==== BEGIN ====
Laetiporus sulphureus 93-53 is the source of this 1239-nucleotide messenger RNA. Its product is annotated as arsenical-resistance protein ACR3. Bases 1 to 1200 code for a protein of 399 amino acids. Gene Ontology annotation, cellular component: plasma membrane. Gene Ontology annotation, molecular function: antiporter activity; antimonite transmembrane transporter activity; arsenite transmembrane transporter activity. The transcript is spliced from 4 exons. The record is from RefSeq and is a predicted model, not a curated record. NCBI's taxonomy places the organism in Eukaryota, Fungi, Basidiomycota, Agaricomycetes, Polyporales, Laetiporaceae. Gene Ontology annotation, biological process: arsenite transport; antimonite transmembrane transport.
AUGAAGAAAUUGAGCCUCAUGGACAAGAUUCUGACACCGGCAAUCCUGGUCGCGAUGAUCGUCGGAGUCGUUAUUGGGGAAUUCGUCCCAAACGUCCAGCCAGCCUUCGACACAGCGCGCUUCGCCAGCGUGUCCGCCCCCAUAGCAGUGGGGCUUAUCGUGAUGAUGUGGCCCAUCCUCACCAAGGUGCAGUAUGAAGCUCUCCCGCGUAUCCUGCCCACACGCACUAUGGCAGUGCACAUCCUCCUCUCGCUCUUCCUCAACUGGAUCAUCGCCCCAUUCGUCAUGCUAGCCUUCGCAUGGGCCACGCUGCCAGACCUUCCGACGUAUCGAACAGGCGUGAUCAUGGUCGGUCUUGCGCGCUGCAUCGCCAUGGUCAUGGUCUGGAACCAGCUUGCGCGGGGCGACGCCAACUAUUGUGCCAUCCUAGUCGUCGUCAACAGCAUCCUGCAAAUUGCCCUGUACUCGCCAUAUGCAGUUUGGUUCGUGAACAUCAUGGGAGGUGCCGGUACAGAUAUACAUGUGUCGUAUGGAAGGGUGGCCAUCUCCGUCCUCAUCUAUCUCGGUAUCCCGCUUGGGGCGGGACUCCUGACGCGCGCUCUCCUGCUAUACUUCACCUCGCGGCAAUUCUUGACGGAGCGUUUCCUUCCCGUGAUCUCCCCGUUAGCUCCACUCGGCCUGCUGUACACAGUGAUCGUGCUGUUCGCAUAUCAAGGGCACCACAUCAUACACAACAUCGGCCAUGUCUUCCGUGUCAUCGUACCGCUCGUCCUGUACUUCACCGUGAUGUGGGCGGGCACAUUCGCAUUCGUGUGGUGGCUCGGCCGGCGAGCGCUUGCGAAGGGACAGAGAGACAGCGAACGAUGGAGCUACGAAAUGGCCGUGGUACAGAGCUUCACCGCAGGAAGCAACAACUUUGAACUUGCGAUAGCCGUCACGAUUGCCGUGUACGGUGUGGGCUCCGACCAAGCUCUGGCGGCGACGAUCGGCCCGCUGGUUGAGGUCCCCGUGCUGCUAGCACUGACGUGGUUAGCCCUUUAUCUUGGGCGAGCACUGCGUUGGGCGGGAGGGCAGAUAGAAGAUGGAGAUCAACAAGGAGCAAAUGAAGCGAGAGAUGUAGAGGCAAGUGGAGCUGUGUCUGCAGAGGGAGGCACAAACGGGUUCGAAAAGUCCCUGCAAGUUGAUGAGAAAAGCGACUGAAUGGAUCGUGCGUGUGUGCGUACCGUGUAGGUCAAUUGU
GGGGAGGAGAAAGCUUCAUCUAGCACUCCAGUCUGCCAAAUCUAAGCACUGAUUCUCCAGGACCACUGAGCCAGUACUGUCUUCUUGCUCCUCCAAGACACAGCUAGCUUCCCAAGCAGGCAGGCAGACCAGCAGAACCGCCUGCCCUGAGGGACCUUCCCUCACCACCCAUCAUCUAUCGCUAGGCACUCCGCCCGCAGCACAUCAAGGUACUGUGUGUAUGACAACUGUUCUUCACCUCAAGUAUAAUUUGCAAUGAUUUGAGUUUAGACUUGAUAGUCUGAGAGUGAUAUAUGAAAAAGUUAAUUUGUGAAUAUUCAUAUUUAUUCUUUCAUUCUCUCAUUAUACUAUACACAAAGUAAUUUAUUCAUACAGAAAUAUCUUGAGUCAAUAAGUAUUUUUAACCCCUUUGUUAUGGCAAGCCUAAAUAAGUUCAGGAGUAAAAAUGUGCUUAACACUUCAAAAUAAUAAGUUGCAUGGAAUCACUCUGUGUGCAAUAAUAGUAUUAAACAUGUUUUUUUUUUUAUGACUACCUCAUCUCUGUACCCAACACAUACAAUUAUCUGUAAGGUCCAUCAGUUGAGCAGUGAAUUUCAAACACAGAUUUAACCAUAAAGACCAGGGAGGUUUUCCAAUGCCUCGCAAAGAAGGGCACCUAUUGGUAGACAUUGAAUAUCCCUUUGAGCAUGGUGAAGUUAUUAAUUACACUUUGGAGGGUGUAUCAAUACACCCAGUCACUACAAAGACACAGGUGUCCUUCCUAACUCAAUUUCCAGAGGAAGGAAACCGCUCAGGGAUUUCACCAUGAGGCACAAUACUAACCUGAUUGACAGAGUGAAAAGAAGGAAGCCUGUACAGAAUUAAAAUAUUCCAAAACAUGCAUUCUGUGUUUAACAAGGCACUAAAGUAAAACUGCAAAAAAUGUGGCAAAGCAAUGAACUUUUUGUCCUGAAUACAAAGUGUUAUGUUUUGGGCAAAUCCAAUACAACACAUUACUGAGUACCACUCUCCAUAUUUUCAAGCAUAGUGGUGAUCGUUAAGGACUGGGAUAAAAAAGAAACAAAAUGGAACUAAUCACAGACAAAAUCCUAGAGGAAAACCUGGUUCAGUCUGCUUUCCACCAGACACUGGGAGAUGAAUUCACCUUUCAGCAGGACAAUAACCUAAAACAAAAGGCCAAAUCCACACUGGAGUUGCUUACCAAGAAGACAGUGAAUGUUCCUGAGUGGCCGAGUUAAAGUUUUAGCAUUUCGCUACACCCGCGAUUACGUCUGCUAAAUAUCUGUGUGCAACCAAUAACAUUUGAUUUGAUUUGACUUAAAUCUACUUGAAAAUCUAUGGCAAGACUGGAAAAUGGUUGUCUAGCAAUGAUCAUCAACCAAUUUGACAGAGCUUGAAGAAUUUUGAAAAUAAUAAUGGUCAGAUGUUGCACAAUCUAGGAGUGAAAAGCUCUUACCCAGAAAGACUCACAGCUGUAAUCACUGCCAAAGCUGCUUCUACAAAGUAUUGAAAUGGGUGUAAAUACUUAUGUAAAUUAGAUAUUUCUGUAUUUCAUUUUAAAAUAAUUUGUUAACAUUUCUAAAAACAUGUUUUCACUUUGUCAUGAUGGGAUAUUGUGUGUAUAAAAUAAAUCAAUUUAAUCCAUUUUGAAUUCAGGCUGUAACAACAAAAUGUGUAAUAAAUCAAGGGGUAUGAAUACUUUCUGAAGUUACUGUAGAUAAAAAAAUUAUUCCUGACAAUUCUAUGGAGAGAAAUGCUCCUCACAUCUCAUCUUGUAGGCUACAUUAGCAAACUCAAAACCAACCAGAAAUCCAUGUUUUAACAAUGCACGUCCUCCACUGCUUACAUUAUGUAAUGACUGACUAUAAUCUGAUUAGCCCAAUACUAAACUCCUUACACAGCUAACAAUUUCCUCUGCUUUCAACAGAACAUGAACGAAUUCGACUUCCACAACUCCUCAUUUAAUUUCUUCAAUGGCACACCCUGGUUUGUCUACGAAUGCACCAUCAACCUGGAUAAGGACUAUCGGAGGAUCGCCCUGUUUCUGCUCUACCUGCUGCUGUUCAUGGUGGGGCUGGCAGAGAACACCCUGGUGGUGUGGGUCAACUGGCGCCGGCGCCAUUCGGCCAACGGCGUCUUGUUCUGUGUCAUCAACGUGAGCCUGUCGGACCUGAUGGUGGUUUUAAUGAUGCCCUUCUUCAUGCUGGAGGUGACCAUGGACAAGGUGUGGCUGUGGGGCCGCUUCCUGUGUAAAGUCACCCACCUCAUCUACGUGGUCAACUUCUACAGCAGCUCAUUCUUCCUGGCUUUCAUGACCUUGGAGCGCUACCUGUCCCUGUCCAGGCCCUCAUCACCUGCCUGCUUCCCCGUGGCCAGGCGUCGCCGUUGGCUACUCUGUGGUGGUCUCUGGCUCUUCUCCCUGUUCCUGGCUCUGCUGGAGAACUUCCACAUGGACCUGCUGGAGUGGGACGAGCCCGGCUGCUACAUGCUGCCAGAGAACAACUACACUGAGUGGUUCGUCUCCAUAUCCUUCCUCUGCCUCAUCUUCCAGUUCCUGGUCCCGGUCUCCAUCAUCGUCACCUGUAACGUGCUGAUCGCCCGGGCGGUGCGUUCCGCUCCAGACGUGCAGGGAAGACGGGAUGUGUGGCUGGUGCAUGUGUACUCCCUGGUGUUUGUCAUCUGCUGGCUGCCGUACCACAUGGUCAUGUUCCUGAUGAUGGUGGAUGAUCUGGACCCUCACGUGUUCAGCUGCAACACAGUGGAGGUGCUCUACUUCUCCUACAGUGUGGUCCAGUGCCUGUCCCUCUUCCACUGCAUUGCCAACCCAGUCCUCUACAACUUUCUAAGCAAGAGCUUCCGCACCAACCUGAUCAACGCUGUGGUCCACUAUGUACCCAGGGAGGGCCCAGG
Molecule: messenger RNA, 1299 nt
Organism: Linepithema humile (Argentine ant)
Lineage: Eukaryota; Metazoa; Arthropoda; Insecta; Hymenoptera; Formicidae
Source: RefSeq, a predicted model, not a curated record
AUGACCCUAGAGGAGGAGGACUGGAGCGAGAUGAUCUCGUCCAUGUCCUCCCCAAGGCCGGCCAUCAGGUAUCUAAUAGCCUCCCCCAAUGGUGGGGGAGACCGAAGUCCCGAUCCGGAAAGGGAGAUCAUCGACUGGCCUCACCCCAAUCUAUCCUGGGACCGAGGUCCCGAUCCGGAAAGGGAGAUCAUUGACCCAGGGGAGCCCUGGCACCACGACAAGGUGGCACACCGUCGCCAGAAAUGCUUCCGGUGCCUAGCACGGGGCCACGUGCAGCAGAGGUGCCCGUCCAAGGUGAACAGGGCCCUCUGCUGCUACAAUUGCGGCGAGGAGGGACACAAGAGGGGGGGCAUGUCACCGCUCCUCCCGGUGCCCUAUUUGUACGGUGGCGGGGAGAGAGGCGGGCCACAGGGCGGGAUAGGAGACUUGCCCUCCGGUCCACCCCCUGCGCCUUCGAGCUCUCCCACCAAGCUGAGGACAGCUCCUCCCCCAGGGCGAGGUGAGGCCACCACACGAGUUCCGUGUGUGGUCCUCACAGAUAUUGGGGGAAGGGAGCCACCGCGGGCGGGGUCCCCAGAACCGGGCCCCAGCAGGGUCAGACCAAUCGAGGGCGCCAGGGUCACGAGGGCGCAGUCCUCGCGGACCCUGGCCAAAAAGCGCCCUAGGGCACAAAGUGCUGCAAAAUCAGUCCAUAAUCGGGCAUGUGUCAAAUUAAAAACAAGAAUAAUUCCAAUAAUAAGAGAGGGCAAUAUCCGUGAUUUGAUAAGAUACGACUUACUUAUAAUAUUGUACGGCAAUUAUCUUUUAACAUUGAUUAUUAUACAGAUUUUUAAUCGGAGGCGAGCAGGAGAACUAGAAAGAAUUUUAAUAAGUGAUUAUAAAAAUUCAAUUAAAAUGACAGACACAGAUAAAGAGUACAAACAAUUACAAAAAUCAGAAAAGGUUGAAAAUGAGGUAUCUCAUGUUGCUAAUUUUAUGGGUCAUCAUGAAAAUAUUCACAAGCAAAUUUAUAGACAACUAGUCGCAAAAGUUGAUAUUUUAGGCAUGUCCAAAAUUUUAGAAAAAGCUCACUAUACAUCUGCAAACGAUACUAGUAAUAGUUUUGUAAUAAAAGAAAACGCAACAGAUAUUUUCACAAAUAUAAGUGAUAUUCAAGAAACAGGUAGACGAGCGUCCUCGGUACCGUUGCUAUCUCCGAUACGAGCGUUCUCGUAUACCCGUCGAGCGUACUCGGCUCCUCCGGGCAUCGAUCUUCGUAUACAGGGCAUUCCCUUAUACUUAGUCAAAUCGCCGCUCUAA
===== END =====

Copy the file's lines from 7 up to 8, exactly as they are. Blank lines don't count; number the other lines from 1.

Source: RefSeq, a predicted model, not a curated record
AUGACCCUAGAGGAGGAGGACUGGAGCGAGAUGAUCUCGUCCAUGUCCUCCCCAAGGCCGGCCAUCAGGUAUCUAAUAGCCUCCCCCAAUGGUGGGGGAGACCGAAGUCCCGAUCCGGAAAGGGAGAUCAUCGACUGGCCUCACCCCAAUCUAUCCUGGGACCGAGGUCCCGAUCCGGAAAGGGAGAUCAUUGACCCAGGGGAGCCCUGGCACCACGACAAGGUGGCACACCGUCGCCAGAAAUGCUUCCGGUGCCUAGCACGGGGCCACGUGCAGCAGAGGUGCCCGUCCAAGGUGAACAGGGCCCUCUGCUGCUACAAUUGCGGCGAGGAGGGACACAAGAGGGGGGGCAUGUCACCGCUCCUCCCGGUGCCCUAUUUGUACGGUGGCGGGGAGAGAGGCGGGCCACAGGGCGGGAUAGGAGACUUGCCCUCCGGUCCACCCCCUGCGCCUUCGAGCUCUCCCACCAAGCUGAGGACAGCUCCUCCCCCAGGGCGAGGUGAGGCCACCACACGAGUUCCGUGUGUGGUCCUCACAGAUAUUGGGGGAAGGGAGCCACCGCGGGCGGGGUCCCCAGAACCGGGCCCCAGCAGGGUCAGACCAAUCGAGGGCGCCAGGGUCACGAGGGCGCAGUCCUCGCGGACCCUGGCCAAAAAGCGCCCUAGGGCACAAAGUGCUGCAAAAUCAGUCCAUAAUCGGGCAUGUGUCAAAUUAAAAACAAGAAUAAUUCCAAUAAUAAGAGAGGGCAAUAUCCGUGAUUUGAUAAGAUACGACUUACUUAUAAUAUUGUACGGCAAUUAUCUUUUAACAUUGAUUAUUAUACAGAUUUUUAAUCGGAGGCGAGCAGGAGAACUAGAAAGAAUUUUAAUAAGUGAUUAUAAAAAUUCAAUUAAAAUGACAGACACAGAUAAAGAGUACAAACAAUUACAAAAAUCAGAAAAGGUUGAAAAUGAGGUAUCUCAUGUUGCUAAUUUUAUGGGUCAUCAUGAAAAUAUUCACAAGCAAAUUUAUAGACAACUAGUCGCAAAAGUUGAUAUUUUAGGCAUGUCCAAAAUUUUAGAAAAAGCUCACUAUACAUCUGCAAACGAUACUAGUAAUAGUUUUGUAAUAAAAGAAAACGCAACAGAUAUUUUCACAAAUAUAAGUGAUAUUCAAGAAACAGGUAGACGAGCGUCCUCGGUACCGUUGCUAUCUCCGAUACGAGCGUUCUCGUAUACCCGUCGAGCGUACUCGGCUCCUCCGGGCAUCGAUCUUCGUAUACAGGGCAUUCCCUUAUACUUAGUCAAAUCGCCGCUCUAA